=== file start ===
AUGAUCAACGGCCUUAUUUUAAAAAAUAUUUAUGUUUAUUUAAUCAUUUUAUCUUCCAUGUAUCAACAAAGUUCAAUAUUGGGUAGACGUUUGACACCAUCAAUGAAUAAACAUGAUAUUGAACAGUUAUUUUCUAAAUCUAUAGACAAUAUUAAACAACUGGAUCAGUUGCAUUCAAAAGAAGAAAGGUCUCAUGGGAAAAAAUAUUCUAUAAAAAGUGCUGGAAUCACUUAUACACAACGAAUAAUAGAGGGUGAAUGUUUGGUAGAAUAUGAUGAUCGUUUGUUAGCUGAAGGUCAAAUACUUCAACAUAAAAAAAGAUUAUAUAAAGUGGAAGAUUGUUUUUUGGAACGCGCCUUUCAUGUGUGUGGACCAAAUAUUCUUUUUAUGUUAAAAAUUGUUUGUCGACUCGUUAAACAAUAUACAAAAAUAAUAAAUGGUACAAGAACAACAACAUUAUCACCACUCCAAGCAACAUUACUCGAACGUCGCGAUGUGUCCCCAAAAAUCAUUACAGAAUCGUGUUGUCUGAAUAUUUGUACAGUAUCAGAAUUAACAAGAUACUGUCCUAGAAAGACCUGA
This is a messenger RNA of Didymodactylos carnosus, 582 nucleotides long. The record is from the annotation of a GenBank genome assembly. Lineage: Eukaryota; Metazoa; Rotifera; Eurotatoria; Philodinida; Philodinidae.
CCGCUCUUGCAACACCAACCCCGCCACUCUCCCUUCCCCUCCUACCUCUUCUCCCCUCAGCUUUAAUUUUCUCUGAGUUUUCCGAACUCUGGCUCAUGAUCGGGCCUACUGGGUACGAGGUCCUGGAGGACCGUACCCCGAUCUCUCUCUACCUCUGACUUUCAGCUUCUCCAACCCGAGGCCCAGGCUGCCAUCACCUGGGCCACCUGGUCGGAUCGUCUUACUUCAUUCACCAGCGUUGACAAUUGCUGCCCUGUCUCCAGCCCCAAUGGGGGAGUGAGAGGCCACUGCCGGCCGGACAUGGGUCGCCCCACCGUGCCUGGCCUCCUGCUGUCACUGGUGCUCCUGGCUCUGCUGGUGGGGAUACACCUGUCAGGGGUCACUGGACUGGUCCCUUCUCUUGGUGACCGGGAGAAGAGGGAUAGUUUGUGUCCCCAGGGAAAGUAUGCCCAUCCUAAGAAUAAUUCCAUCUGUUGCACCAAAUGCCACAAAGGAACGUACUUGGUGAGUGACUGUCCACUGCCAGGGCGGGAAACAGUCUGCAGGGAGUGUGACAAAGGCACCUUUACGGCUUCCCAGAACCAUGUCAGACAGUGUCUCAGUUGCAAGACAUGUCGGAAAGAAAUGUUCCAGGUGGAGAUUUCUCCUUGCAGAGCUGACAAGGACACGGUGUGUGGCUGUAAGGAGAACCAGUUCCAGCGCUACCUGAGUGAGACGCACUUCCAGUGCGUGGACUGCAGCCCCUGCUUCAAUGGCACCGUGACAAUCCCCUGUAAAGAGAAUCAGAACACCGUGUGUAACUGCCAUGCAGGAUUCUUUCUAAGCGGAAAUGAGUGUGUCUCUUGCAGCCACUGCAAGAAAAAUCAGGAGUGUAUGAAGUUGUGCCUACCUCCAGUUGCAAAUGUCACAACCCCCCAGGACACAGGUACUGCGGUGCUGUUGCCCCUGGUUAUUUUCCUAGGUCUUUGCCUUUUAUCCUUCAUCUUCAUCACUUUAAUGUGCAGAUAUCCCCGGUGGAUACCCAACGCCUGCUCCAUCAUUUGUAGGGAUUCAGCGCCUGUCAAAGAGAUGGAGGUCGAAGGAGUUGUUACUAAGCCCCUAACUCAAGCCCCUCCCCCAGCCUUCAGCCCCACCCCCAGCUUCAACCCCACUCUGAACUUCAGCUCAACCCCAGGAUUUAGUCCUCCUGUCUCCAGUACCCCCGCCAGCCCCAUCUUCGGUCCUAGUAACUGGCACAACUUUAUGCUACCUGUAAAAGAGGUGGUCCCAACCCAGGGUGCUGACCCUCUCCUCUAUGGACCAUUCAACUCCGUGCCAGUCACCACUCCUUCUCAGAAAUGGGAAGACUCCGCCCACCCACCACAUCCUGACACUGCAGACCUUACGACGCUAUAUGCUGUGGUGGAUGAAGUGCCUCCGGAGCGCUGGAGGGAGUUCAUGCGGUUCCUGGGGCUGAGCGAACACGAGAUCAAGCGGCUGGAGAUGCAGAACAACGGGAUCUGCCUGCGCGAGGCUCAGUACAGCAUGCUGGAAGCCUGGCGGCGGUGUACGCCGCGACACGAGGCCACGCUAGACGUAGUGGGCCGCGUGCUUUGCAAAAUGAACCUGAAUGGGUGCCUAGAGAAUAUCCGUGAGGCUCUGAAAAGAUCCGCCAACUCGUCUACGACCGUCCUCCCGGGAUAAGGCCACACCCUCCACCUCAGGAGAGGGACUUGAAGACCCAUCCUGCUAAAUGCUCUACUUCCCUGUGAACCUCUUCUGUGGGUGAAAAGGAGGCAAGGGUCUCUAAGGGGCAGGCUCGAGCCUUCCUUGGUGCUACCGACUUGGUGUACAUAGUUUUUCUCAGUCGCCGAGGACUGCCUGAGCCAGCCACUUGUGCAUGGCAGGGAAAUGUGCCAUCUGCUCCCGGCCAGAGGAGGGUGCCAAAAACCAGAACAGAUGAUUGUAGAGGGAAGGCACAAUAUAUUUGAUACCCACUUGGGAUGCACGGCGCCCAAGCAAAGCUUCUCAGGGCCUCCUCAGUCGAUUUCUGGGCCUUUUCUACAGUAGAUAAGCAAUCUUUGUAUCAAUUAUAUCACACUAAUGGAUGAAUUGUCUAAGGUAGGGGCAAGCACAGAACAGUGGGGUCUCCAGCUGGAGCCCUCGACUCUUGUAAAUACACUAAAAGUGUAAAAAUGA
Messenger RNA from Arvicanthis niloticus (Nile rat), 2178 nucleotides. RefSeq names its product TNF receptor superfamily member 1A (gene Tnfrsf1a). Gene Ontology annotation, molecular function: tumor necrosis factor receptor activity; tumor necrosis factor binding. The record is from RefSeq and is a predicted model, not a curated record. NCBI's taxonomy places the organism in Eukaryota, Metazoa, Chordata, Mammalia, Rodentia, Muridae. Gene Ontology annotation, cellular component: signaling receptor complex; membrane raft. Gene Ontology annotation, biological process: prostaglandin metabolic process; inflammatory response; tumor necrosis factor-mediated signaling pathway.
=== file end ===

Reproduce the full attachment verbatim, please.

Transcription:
AUGAUCAACGGCCUUAUUUUAAAAAAUAUUUAUGUUUAUUUAAUCAUUUUAUCUUCCAUGUAUCAACAAAGUUCAAUAUUGGGUAGACGUUUGACACCAUCAAUGAAUAAACAUGAUAUUGAACAGUUAUUUUCUAAAUCUAUAGACAAUAUUAAACAACUGGAUCAGUUGCAUUCAAAAGAAGAAAGGUCUCAUGGGAAAAAAUAUUCUAUAAAAAGUGCUGGAAUCACUUAUACACAACGAAUAAUAGAGGGUGAAUGUUUGGUAGAAUAUGAUGAUCGUUUGUUAGCUGAAGGUCAAAUACUUCAACAUAAAAAAAGAUUAUAUAAAGUGGAAGAUUGUUUUUUGGAACGCGCCUUUCAUGUGUGUGGACCAAAUAUUCUUUUUAUGUUAAAAAUUGUUUGUCGACUCGUUAAACAAUAUACAAAAAUAAUAAAUGGUACAAGAACAACAACAUUAUCACCACUCCAAGCAACAUUACUCGAACGUCGCGAUGUGUCCCCAAAAAUCAUUACAGAAUCGUGUUGUCUGAAUAUUUGUACAGUAUCAGAAUUAACAAGAUACUGUCCUAGAAAGACCUGA
This is a messenger RNA of Didymodactylos carnosus, 582 nucleotides long. The record is from the annotation of a GenBank genome assembly. Lineage: Eukaryota; Metazoa; Rotifera; Eurotatoria; Philodinida; Philodinidae.
CCGCUCUUGCAACACCAACCCCGCCACUCUCCCUUCCCCUCCUACCUCUUCUCCCCUCAGCUUUAAUUUUCUCUGAGUUUUCCGAACUCUGGCUCAUGAUCGGGCCUACUGGGUACGAGGUCCUGGAGGACCGUACCCCGAUCUCUCUCUACCUCUGACUUUCAGCUUCUCCAACCCGAGGCCCAGGCUGCCAUCACCUGGGCCACCUGGUCGGAUCGUCUUACUUCAUUCACCAGCGUUGACAAUUGCUGCCCUGUCUCCAGCCCCAAUGGGGGAGUGAGAGGCCACUGCCGGCCGGACAUGGGUCGCCCCACCGUGCCUGGCCUCCUGCUGUCACUGGUGCUCCUGGCUCUGCUGGUGGGGAUACACCUGUCAGGGGUCACUGGACUGGUCCCUUCUCUUGGUGACCGGGAGAAGAGGGAUAGUUUGUGUCCCCAGGGAAAGUAUGCCCAUCCUAAGAAUAAUUCCAUCUGUUGCACCAAAUGCCACAAAGGAACGUACUUGGUGAGUGACUGUCCACUGCCAGGGCGGGAAACAGUCUGCAGGGAGUGUGACAAAGGCACCUUUACGGCUUCCCAGAACCAUGUCAGACAGUGUCUCAGUUGCAAGACAUGUCGGAAAGAAAUGUUCCAGGUGGAGAUUUCUCCUUGCAGAGCUGACAAGGACACGGUGUGUGGCUGUAAGGAGAACCAGUUCCAGCGCUACCUGAGUGAGACGCACUUCCAGUGCGUGGACUGCAGCCCCUGCUUCAAUGGCACCGUGACAAUCCCCUGUAAAGAGAAUCAGAACACCGUGUGUAACUGCCAUGCAGGAUUCUUUCUAAGCGGAAAUGAGUGUGUCUCUUGCAGCCACUGCAAGAAAAAUCAGGAGUGUAUGAAGUUGUGCCUACCUCCAGUUGCAAAUGUCACAACCCCCCAGGACACAGGUACUGCGGUGCUGUUGCCCCUGGUUAUUUUCCUAGGUCUUUGCCUUUUAUCCUUCAUCUUCAUCACUUUAAUGUGCAGAUAUCCCCGGUGGAUACCCAACGCCUGCUCCAUCAUUUGUAGGGAUUCAGCGCCUGUCAAAGAGAUGGAGGUCGAAGGAGUUGUUACUAAGCCCCUAACUCAAGCCCCUCCCCCAGCCUUCAGCCCCACCCCCAGCUUCAACCCCACUCUGAACUUCAGCUCAACCCCAGGAUUUAGUCCUCCUGUCUCCAGUACCCCCGCCAGCCCCAUCUUCGGUCCUAGUAACUGGCACAACUUUAUGCUACCUGUAAAAGAGGUGGUCCCAACCCAGGGUGCUGACCCUCUCCUCUAUGGACCAUUCAACUCCGUGCCAGUCACCACUCCUUCUCAGAAAUGGGAAGACUCCGCCCACCCACCACAUCCUGACACUGCAGACCUUACGACGCUAUAUGCUGUGGUGGAUGAAGUGCCUCCGGAGCGCUGGAGGGAGUUCAUGCGGUUCCUGGGGCUGAGCGAACACGAGAUCAAGCGGCUGGAGAUGCAGAACAACGGGAUCUGCCUGCGCGAGGCUCAGUACAGCAUGCUGGAAGCCUGGCGGCGGUGUACGCCGCGACACGAGGCCACGCUAGACGUAGUGGGCCGCGUGCUUUGCAAAAUGAACCUGAAUGGGUGCCUAGAGAAUAUCCGUGAGGCUCUGAAAAGAUCCGCCAACUCGUCUACGACCGUCCUCCCGGGAUAAGGCCACACCCUCCACCUCAGGAGAGGGACUUGAAGACCCAUCCUGCUAAAUGCUCUACUUCCCUGUGAACCUCUUCUGUGGGUGAAAAGGAGGCAAGGGUCUCUAAGGGGCAGGCUCGAGCCUUCCUUGGUGCUACCGACUUGGUGUACAUAGUUUUUCUCAGUCGCCGAGGACUGCCUGAGCCAGCCACUUGUGCAUGGCAGGGAAAUGUGCCAUCUGCUCCCGGCCAGAGGAGGGUGCCAAAAACCAGAACAGAUGAUUGUAGAGGGAAGGCACAAUAUAUUUGAUACCCACUUGGGAUGCACGGCGCCCAAGCAAAGCUUCUCAGGGCCUCCUCAGUCGAUUUCUGGGCCUUUUCUACAGUAGAUAAGCAAUCUUUGUAUCAAUUAUAUCACACUAAUGGAUGAAUUGUCUAAGGUAGGGGCAAGCACAGAACAGUGGGGUCUCCAGCUGGAGCCCUCGACUCUUGUAAAUACACUAAAAGUGUAAAAAUGA
Messenger RNA from Arvicanthis niloticus (Nile rat), 2178 nucleotides. RefSeq names its product TNF receptor superfamily member 1A (gene Tnfrsf1a). Gene Ontology annotation, molecular function: tumor necrosis factor receptor activity; tumor necrosis factor binding. The record is from RefSeq and is a predicted model, not a curated record. NCBI's taxonomy places the organism in Eukaryota, Metazoa, Chordata, Mammalia, Rodentia, Muridae. Gene Ontology annotation, cellular component: signaling receptor complex; membrane raft. Gene Ontology annotation, biological process: prostaglandin metabolic process; inflammatory response; tumor necrosis factor-mediated signaling pathway.